On Gun Control, Jerry Nadler Explains What Congress Could Do Right Now


WASHINGTON -- Along with the soul-searching and calls for the country to stand with the victims of the Sandy Hook Elementary School massacre, there's more lawmakers could do: There are at least 10 laws sitting in Congress designed to make it harder for anyone to inflict such suffering again.

And while a number of legislators -- and President Barack Obama -- declared Friday that it is time to take "meaningful action" after the seventh mass shooting of the year, there's not much evidence Congress will move.

Still, some members are hoping the tragedy in Connecticut will finally spur lawmakers to act.

"It will only be if we make it so; otherwise, it will only be another step in desensitizing all of us," said Rep. Jerry Nadler (D-N.Y.), adding that perhaps the depth of the killings' depravity would prompt his colleagues to challenge the gun lobby in a way they did not even after one of their own members, Rep. Gabbie Giffords (D-Ariz.), was shot in the head.

"Hopefully, they will come from growing horror and realization by people -- I mean, this was an attack on a kindergarten," said Nadler. " I hope people realize this could have been their children, it could be any of our children."

The congressman, long a proponent of gun control, laid out the toll of gun-related homicide in stark terms.

"We lose 9,000 people a year, roughly, to gun violence in this country," Nadler said. "We're at war, and we haven't recognized that. We have to go to war against the people who enable the gun violence, the people who stop us from keeping guns out of the hands of mentally unstable people, of felons, and that means the NRA leadership."

He argued that most Americans -- indeed many NRA members -- favor sensible gun controls, but the leaders of the organization are able to get enough "people in enough [congressional districts] to think that this is going to take guns away" to block legislation.

It's not clear that new laws would have stopped the Connecticut horror, in which the gunman reportedly used legally purchased guns that he took from his mother.

Nadler pointed to a school attack in another country on Friday that ended very differently, contrasting the U.S. with China, where guns are not as easily accessed.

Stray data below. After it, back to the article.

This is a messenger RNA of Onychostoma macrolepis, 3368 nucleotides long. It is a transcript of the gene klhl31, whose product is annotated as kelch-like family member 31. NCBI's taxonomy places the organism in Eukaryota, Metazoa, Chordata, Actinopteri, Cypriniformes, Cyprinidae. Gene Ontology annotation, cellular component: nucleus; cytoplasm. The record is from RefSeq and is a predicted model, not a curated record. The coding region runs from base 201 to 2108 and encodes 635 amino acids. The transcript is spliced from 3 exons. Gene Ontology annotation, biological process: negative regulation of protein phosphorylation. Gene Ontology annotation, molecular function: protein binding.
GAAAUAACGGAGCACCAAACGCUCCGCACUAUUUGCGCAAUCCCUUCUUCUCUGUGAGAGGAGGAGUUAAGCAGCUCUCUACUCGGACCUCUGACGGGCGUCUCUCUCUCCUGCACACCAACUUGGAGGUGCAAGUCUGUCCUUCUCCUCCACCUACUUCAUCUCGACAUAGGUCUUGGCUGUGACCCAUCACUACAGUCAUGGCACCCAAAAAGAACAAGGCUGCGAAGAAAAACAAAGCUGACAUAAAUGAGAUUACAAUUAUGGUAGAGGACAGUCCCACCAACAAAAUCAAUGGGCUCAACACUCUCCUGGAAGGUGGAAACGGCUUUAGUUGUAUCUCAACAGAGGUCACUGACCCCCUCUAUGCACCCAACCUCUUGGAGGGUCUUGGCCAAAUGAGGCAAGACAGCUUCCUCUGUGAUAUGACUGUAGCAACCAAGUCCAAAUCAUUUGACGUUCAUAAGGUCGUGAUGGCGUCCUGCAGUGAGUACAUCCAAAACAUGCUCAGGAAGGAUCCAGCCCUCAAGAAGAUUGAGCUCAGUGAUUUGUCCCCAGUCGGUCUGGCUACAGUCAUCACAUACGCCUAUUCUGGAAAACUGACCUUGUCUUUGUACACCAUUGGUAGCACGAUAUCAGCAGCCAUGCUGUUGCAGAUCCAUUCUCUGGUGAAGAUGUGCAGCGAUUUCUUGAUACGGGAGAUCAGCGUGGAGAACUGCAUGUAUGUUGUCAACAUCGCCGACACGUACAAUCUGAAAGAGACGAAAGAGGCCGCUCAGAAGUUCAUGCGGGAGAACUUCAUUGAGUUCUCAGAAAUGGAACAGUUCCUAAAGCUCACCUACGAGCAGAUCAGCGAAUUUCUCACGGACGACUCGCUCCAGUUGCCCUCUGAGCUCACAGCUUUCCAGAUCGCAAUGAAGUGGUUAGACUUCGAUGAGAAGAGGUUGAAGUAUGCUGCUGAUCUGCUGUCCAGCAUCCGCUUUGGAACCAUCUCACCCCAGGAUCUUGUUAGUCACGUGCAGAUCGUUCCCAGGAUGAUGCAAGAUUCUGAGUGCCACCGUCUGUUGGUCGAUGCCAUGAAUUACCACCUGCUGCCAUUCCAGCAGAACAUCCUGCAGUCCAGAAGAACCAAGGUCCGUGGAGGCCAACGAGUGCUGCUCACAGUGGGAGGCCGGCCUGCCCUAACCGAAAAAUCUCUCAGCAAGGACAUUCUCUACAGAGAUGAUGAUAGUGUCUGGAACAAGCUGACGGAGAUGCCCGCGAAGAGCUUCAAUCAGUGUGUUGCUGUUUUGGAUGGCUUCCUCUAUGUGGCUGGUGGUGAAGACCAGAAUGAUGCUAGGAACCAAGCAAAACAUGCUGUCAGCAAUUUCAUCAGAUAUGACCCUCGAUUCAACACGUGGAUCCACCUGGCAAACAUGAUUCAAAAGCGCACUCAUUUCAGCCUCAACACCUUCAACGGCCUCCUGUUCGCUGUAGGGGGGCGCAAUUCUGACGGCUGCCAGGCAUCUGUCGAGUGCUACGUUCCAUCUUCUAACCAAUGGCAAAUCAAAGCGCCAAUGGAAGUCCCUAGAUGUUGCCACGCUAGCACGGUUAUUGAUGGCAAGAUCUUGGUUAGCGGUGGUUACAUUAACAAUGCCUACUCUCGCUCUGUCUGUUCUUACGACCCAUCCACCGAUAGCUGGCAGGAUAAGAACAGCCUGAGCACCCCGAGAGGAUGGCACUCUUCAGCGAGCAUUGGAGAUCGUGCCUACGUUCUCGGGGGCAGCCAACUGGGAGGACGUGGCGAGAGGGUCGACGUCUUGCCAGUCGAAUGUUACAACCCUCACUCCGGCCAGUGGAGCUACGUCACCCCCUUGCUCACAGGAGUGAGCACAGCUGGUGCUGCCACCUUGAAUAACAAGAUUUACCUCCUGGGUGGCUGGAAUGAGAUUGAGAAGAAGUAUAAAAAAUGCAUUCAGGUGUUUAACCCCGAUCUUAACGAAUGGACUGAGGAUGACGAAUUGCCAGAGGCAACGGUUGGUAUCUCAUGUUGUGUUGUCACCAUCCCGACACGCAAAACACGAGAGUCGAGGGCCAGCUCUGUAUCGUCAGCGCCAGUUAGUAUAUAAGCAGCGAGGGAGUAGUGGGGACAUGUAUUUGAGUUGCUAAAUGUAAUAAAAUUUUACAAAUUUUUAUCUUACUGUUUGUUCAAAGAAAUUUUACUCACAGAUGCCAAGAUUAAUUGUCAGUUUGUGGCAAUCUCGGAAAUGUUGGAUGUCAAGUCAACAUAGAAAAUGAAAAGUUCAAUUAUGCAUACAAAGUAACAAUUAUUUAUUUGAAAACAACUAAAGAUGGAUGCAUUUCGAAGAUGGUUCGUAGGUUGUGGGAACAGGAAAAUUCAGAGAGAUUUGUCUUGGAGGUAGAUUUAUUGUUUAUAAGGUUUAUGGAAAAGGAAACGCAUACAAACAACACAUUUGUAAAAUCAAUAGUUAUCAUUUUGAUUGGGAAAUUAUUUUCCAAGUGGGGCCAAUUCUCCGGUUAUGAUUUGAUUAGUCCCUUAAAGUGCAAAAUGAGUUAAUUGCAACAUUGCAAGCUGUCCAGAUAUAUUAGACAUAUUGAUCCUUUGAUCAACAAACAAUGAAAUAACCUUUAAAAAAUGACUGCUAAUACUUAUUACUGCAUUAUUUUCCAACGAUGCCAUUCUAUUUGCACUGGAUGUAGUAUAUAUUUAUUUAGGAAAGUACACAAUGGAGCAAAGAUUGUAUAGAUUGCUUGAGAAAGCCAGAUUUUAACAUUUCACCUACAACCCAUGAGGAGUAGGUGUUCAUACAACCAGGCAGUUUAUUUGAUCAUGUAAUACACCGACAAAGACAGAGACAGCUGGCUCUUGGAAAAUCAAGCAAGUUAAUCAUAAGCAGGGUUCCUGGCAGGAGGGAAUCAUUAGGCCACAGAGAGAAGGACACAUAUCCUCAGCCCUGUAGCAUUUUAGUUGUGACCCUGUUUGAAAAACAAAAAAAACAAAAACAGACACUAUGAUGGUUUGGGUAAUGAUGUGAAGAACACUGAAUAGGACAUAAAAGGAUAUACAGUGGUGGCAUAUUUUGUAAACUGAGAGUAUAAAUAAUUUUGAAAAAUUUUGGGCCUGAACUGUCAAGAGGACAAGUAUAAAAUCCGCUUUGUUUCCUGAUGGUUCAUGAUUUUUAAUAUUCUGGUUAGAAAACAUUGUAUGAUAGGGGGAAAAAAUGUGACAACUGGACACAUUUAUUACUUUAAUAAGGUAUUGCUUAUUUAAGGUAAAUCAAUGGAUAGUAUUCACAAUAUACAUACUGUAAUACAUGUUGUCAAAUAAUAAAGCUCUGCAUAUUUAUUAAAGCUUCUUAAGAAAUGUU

"It was today in China, an attack on a school, just like here," Nadler said, citing a BBC News article. "The only difference was the assaulter used a knife instead of a gun. So there were two seriously injured children and 20 with less serious injuries, instead of 20 dead children."

Nadler said he would start by closing the so-called gun show loophole that allows people to buy weapons there without background checks -- unlike in gun shops -- and by banning high-capacity magazines, whose only purpose he argued is killing more people.

He was not sure what other gun control advocates would want to pursue first, but he noted that in the event the Republican leadership was interested in acting, it could do so almost immediately with existing bills.

Democrats also could file what's known as a petition to discharge a number of bills, and the House would have to vote on any that a majority of members had signed. There is not enough time left in 2012 for such a petition effort, but it could be started early in the new year.

Ultimately, Nadler said, it is up to leaders to convince the nation it is time to change the laws, and he said that starts with Obama.

"The president said he was going to take 'meaningful action' and I assume that he means he's going to take leadership in attempting to get some reasonable gun control legislation," Nadler said. "The president has the bully pulpit."

Here are the 10 laws Congress could pursue immediately:

Michael McAuliff covers Congress and politics for The Huffington Post. Talk to him on Facebook.

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